Then on 5 June, the presidential candidate Robert F. Kennedy and brother of 1963 assassinated President John F. Kennedy was shot at the Ambassador Hotel in Los Angeles for which Sirhan Sirhan, a Palestinian Christian militant, was arrested. The next day Robert Kennedy died. At the end of June the ‘March of the One Hundred Thousand’ took place in Rio de Janeiro when people demonstrated against the Brazilian military government.

It was a little quieter until 20 and 21 August when the Warsaw Pact countries invaded Czechoslovakia, thus ending the ‘Prague Spring’ of political liberalisation by sending in 750,000 troops, 6,500 tanks and 800 aircraft, the largest military operation in Europe since the end of WW2. On 2 October a student demonstration ended in a bloodbath at La Plaza de las Tres Culturas in Tlatelolco, Mexico City, ten days before the inauguration of the 1968 Summer Olympics. Something between 300 and 400 of mainly students were estimated to have been killed. The next day, 3 October, in Peru, Juan Velasco Alvarado, a left wing general who eventually turned into a dictator,  took power in a coup d’état against the government of Fernando Belaúnde Terry. On 5 October police baton charged civil rights demonstrators in Derry, Northern Ireland, which was to be the beginning of the Troubles. NASA launched Apollo 7 the first manned Apollo mission on 11 October. That month the USA announced they would send about 24,000 troops back to Viet Nam for involuntary second tours. Then on 5 November Richard Nixon won the presidential election. Later that month ‘Plato’s Stepchildren’, episode 12 of the third season of Star Trek caused immense controversy in the USA by featuring the first ever interracial kiss on national television between Lieutenant Uhura and Captain James T. Kirk. Christmas Eve, the manned spacecraft Apollo 8 entered orbit around the moon. Astronauts Borman, Lovell and Anders became the first human beings to see the far side of the moon. They had travelled further away from Earth than any people ever and had a view of our planet nobody had ever seen before. Anders photographs Earthrise. At the close of the year, on 28 December Israeli forces flew into Lebanese airspace, launched an attack on the airport in Beirut, thus destroying more than a dozen aircraft. Many more things happened. It was though a year when things went to the edge at times.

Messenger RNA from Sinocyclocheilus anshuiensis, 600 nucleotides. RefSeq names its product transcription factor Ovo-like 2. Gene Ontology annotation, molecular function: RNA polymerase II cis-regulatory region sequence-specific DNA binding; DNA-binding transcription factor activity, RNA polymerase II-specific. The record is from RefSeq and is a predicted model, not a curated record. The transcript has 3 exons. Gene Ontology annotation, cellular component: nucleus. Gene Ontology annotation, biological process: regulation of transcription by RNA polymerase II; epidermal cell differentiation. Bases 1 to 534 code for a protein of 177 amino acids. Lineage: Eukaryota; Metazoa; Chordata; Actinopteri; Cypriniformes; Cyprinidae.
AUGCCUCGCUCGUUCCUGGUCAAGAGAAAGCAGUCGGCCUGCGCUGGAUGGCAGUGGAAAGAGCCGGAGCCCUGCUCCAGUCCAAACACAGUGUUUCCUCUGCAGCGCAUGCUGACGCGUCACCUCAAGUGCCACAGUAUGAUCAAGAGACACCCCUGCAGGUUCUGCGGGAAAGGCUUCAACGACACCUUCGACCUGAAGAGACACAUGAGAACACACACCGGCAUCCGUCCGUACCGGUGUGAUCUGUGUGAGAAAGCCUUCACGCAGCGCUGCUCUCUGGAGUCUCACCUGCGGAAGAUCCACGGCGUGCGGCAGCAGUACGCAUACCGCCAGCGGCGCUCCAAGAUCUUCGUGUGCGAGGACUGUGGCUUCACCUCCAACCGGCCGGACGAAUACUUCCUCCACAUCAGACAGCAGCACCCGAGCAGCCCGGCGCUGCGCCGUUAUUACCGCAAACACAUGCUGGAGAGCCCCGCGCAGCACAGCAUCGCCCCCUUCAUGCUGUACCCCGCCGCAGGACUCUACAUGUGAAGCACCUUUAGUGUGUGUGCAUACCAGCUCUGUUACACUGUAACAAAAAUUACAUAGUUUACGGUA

Another major event began in July 1968 when influenza A virus subtype H3N2 was first recorded in Hong Kong. The Hong Kong was a flu pandemic through 1968 and 1969 that killed various estimates of one to four million people, globally uncountable because the world was less sophisticated at population studies and collation of statistics, and some countries were far more closed than they are today. Some population experts believe it was in fact far higher than the higher estimate of four million deaths.

I have included the controversial interracial kiss that nearly had the universally popular Star Trek removed from USA television networks and may even have been taken off in other countries because of the contrast with the Martin Luther King murder and Enoch Powell’s ‘Rivers of Blood’ speech. They show that racism was very much alive and well, even where supposedly liberal and tolerant people were trying to change that. It compares with some events this year. For my part, 1968 was a memorable year. I demonstrated for a better and peaceful world, nursed friends through the pandemic and to this day have still never had flu. I was entirely optimistic, seeing a future where truth and reconciliation would bring opposed countries, groups of people and all else together, thus peace would reign; democracy would displace all of the injustice, oppression, subjection and suppression.


So, here we are in 2020. It is now August, so more than four months of events are still to come. I have found it hard to decide the most significant events of the year knowing they are not directly comparable. So I have chosen those things that make the comparison at all possible, thus providing the flesh and bones of my argument that I am dismayed by the lack of action of my fellow beings. Events that compare with Hair on stage or the first interracial kiss on TV were part of a world growing comfortable with itself, the murder of George Floyd this year marks how such tolerances are being screwed back.